However, I did somehow manage to make friends, real, good friends to whom I can write stupid e-mails about the impending zombie apocalypse or talk to about actual problems in my life and still don't think I'm too weird to talk to! Sure, I floundered initially, and worried that I would leave my first year of college without a solid group of great friends, but things eventually turned around. Now I have a sold group of friends and a fair amount of people that I feel comfortable talking to about school or stupid things on the internet. I suppose that's what living in close proximity with a lot of similarly un-rooted people will do.
Unfortunately my roommate and I did not become friends. This is mostly because she ended up leaving Oberlin during parents' weekend (coming into my room to see half of my roommate's stuff gone probably tops the list of my weirdest experiences in Oberlin), but if I'm honest, our relationship was not great even before she moved out. We never really felt comfortable talking to each other, and I didn't really want to be in my room unless I was sleeping or getting ready in the morning. It wasn't the ideal situation, but I would've been able to live with it for the rest of the year had she not left. I suppose the moral of that story is that you should feel free to hope that you and your roommate will become friends (I've read about it in a few blog posts and seen it happen in my own hall), but you should also know that you might not end up being friends, and that's totally ok.2
After she left I ended up getting around ResEd's efforts to give me a new roommate and I had a double to myself for most of the year. I loved it. My room became my sacred, alone-time space. The place where I would retreat if I wanted to be by myself for a while, study in the comfort of my bed, or just watch a lot of Vlogbrothers videos without interruption.3 As weird as it was to have another set of furniture that I wasn't using, I ended up making the space totally my own.
Even though my experience living in Kahn wasn't perfect, I ended up with a pretty sweet room and, more importantly, a group of great friends. Based on my experience, I would highly recommend living in FYE to any incoming Obie who wants to make a lot of friends, especially introverted Obies. In case anyone is curious, next year I'll be living in Burton with my good friend Emma.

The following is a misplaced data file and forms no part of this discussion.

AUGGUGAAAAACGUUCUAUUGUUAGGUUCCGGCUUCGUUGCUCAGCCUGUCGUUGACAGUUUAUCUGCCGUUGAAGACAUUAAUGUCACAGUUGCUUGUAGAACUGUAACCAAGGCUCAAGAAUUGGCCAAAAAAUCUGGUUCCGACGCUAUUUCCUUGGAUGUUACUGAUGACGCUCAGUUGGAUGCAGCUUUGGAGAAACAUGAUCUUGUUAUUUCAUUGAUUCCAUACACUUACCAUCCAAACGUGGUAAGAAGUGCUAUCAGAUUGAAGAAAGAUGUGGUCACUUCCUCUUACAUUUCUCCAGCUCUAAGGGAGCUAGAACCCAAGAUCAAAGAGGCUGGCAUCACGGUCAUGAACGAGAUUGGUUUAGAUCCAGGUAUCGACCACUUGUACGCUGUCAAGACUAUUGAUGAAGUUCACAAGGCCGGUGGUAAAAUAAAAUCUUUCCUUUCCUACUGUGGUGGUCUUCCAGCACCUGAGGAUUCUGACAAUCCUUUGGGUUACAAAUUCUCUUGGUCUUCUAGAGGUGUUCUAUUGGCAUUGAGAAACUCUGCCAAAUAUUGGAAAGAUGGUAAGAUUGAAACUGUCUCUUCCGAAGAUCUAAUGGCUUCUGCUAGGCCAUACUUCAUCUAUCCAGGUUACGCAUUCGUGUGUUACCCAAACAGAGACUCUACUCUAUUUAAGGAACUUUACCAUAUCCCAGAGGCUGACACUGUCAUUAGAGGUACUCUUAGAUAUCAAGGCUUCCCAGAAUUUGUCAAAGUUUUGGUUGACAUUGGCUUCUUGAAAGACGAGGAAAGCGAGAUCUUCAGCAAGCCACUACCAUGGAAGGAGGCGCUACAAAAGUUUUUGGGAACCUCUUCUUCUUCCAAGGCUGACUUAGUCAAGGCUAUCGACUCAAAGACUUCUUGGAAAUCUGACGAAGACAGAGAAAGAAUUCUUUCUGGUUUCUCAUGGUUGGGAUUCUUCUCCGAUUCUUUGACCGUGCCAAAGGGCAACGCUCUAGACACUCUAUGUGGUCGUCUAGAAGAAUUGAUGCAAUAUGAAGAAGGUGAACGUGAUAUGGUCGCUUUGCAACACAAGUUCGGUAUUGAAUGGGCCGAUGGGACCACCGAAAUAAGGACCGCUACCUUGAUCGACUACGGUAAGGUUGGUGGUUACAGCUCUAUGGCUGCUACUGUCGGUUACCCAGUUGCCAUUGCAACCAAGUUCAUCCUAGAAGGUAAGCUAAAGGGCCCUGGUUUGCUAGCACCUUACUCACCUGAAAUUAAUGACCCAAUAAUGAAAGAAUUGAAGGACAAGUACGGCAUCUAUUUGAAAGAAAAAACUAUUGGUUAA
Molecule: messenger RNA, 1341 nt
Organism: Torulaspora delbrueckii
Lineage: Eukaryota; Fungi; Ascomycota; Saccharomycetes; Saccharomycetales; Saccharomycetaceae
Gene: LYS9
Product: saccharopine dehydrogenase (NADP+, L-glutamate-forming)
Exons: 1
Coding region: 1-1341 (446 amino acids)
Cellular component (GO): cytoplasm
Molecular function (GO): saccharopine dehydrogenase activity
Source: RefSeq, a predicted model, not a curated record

We had initially hoped to live in a quad along with our two other friends, but due to our incredibly poor housing time, there were no quads left on the Oberlin campus, so we settled on two doubles and chose partners based on living habits. Even though I would've loved to live in a quad next year, I'm super excited to spend next year living with Emma, and Emma, if you're reading this, I promise that I won't bring as much stuff to school next year!
1I suppose I can only speak from my personal experience here, but I remember my RA sending us an e-mail specifically requesting that we not bring a TV or mini-fridge.
2Sometimes I feel like I'm just repeating my own advice...
3I am a giant squid of anger because spell-check doesn't think that Vlogbrothers is a real word!
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Responses to this Entry
I approve of your color combos. Blue and green forever!
My roommate first year went on emergency leave right after the end of fall semester and I had my room to myself for all of winter term while I packed up all her things. It was such a bizarre experience to hear that my roomie was gone (literally, overnight) but lucky for me, I ended up with another roomie for the spring semester. Shaina was a bomb-tastic roomie, and she went on to be the RA for Hark the following year.
(My first first year roomie returned to Oberlin the following year, but we never lived together again. I did go to all her concerts, though! She started playing guitar while we were living together, and now she's a singer-songwriter.)
Posted by: Ma'ayan on June 19, 2012 11:51 AM